Making Democracy Work

Her job is to recruit talent to work in government. It’s a big challenge.

By: Garrett M. Graff

For Pat McGinnis, it all started in a high-school government class in Roanoke, Virginia.

She was struck by how the Founders gave birth to the United States: “The idea of people getting together to do something incredible was fascinating,” she says.

After starting as an intern on Capitol Hill, she ended up in the Office of Management and Budget with a strange task: Beginning at age 29, McGinnis led the creation of the Department of Education during the Carter administration.

“If it had been a higher priority, it probably would have gone to someone else,” she admits. “The way to be taken seriously was to get things done.”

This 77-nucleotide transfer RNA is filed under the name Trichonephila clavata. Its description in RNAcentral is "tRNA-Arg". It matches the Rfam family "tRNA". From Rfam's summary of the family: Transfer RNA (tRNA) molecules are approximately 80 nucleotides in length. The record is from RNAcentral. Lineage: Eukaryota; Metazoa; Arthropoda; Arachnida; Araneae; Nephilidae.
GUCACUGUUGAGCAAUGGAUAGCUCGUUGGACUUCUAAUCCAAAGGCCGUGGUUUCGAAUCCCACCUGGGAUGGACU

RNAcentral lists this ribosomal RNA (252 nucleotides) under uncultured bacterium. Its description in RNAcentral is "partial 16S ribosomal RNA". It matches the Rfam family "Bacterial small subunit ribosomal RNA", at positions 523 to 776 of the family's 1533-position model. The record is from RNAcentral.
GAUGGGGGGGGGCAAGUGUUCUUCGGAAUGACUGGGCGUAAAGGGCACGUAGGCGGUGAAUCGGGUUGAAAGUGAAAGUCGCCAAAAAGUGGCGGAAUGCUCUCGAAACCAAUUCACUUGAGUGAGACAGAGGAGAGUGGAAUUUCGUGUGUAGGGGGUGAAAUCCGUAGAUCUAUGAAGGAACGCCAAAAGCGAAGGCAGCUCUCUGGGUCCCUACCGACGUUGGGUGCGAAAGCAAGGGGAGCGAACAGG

Thanks to Senate legend Abe Ribicoff, who taught her the two skills necessary to navigate Washington—how to build a coalition and how to count votes—the bill creating the education department passed the House by a single vote.

Now, as head of the nonprofit Council for Excellence in Government, she works with civil servants and private companies on making government work better—especially on two of the areas where it’s weakest: marketing itself and asking for help.

One of her challenges is helping government find and recruit talent. Sixty percent of civil servants are eligible to retire in the next ten years, including more than 90 percent of senior executives. That’ll mean a big recruiting effort to attract the nation’s best and brightest to low-paid, low-glory positions. But when she talks about it, she sounds like the Roanoke high-schooler again: “What could be more challenging and rewarding than to do the work that makes our democracy work?”